Fitzgerald, The Great Gatsby Essay

2929 words - 12 pages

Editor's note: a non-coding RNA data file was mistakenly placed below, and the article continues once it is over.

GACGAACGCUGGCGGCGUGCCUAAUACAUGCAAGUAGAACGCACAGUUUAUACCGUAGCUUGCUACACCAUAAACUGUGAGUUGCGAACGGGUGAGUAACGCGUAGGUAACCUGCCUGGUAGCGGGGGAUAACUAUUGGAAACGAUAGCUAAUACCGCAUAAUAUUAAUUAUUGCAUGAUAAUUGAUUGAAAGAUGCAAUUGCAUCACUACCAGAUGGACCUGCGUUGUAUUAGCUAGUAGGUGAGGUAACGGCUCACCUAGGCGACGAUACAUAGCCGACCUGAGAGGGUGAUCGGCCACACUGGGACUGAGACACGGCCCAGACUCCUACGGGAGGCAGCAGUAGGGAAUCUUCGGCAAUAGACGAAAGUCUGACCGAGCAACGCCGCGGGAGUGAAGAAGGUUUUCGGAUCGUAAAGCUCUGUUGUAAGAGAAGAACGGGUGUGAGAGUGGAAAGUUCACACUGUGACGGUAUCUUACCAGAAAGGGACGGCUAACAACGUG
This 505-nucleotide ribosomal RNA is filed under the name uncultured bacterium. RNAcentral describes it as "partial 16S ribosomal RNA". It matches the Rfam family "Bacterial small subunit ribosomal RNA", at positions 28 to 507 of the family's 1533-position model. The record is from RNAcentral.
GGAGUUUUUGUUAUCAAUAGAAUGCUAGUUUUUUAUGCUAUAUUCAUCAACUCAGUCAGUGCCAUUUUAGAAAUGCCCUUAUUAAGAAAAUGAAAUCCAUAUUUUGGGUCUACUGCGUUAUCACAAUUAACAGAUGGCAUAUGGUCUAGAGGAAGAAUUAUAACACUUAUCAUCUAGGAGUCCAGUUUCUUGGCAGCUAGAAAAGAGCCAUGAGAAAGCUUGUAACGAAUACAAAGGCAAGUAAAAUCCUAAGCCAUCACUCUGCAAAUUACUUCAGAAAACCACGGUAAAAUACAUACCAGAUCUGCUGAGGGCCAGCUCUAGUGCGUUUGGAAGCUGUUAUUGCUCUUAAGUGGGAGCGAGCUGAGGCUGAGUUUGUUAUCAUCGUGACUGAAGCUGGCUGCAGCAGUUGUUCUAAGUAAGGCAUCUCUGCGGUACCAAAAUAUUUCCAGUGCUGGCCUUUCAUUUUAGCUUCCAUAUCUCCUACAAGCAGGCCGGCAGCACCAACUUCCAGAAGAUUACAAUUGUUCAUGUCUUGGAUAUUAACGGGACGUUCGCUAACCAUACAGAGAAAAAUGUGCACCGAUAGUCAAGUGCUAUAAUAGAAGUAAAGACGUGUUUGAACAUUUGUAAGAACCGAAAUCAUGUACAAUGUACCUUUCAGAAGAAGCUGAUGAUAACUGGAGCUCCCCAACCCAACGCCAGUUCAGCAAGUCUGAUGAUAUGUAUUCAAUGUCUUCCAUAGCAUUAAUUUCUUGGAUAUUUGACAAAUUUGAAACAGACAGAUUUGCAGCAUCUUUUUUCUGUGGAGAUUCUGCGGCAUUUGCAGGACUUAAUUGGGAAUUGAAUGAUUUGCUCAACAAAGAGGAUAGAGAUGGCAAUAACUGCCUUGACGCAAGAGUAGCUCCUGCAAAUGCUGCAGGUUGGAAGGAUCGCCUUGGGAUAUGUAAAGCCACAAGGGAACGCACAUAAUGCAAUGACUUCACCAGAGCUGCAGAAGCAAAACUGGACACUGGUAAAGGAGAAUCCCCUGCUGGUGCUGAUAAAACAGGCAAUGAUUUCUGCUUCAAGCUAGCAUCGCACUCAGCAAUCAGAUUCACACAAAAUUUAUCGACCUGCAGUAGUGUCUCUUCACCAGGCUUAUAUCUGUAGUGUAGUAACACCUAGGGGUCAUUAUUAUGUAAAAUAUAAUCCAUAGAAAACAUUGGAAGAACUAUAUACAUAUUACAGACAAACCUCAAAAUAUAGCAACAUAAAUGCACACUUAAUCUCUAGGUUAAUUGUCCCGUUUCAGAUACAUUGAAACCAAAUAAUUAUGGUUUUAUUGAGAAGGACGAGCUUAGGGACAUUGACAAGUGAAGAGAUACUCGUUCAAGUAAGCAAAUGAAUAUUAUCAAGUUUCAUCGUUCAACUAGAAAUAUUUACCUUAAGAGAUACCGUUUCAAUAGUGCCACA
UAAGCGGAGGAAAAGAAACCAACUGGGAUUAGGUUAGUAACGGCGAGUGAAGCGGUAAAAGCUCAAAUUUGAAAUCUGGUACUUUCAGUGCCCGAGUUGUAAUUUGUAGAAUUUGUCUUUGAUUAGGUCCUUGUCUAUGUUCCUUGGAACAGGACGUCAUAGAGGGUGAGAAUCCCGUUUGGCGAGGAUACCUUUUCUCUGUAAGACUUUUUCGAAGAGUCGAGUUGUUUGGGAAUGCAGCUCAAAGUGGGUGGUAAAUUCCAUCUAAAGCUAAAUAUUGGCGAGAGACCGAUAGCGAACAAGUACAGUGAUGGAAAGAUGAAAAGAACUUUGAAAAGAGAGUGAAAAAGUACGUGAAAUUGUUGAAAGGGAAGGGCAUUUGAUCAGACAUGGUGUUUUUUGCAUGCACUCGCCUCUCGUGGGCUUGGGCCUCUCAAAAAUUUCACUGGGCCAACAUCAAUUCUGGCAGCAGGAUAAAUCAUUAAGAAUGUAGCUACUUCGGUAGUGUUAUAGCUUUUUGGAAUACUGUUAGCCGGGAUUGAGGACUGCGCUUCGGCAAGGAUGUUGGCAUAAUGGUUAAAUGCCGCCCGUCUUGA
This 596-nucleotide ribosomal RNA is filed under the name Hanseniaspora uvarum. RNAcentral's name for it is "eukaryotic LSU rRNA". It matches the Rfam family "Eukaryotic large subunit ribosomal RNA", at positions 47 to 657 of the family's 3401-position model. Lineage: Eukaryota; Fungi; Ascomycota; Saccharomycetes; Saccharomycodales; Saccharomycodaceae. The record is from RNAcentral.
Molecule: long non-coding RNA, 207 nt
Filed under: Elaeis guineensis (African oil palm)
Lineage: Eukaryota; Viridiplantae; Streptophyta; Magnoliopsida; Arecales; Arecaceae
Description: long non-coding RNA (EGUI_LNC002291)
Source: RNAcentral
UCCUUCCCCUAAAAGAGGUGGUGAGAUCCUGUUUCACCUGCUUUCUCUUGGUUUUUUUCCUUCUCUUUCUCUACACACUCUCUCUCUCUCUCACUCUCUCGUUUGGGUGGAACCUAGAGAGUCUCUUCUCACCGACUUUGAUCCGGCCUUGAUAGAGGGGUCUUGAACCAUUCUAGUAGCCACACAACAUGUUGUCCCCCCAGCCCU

Illusions and Reality in The Great GatsbyAccording to Cynthia Wu, no matter how many critical opinions there are on The Great Gatsby, the book basically deals with Gatsby's dream and his illusions (39). We find out from the novel that Jay Gatsby is not even a real person but someone that James Gatz invented. Wu also tells us that Gatsby has illusions that deal with romance, love, beauty, and ideals (39). Wu also points out that Gatsby's illusions can be divided into four related categories: he came from a rich upper class family, a never-ending love between him and Daisy, money as the answer to every problem, and reversible time. Through Nick's narrations we can really see who this Jay Gatsby is and the reality to his illusions, and from this we can make our own decision on who we think Jay Gatsby really is.The first memory upon which the narrator meditates on is the story behind Jay Gatsby's true identity: James Gatz-that was really, or at least legally, his name. He had changed it at the age of seventeen and at specific moment that witnessed the beginning of his career-when he saw Dan Cody's yacht drop anchor over the most insidious flat on Lake Superior. It was James Gatz who had been loafing along the beach that afternoon in a torn green jersey and a pair of canvas pants, but it was already Jay Gatsby who borrowed a rowboat, pulled out to the Tuolumne, and informed Cody that a wind might catch him and break him up in half an hour. (qtd. in Dillon 53)I agree with Nick when he tells us that Jay probably had the name ready for a long time. Jay couldn't accept himself for who he really was and couldn't accept his history for what it really was. Then it stands to reason that Nick is correct on page 104 when he states: Jay's imagination never accepted his parents for who they were. If Jay couldn't accept himself how was he going to accept anyone else? Nick summarizes Jay Gatsby by saying: "The truth was that Jay Gatsby, of West Egg, Long Island, sprang from his Platonic conception of himself" (Fitzgerald 104). Nick seems compassionate when he said that Jay invented the sort of Jay Gatsby that a seventeen-year-old boy would invent (Fitzgerald 104). I think it would have to be a desperate and miserable seventeen-year-old boy to invent a person and take on that new identity. Nick supports me on this idea when he says: "But his heart was in a constant, turbulent riot" (Fitzgerald, 105). Nick goes on to say that Gatsby's thoughts of him himself haunted him in bed at night. The dreams Gatsby had were a beautiful hint of the unreality of reality they were "a promise that the rock of the world was found securely on a fairy's wing" (Fitzgerald 105).Andrew Dillon points out that James Gatz, the son of a ineffectual Midwestern farmer, is the son of God in his own self idealization of who he should be (54). We already know that his parents were poor and unsuccessful, and Gatsby couldn't accept them for that so he promotes his actual name to what he thinks...

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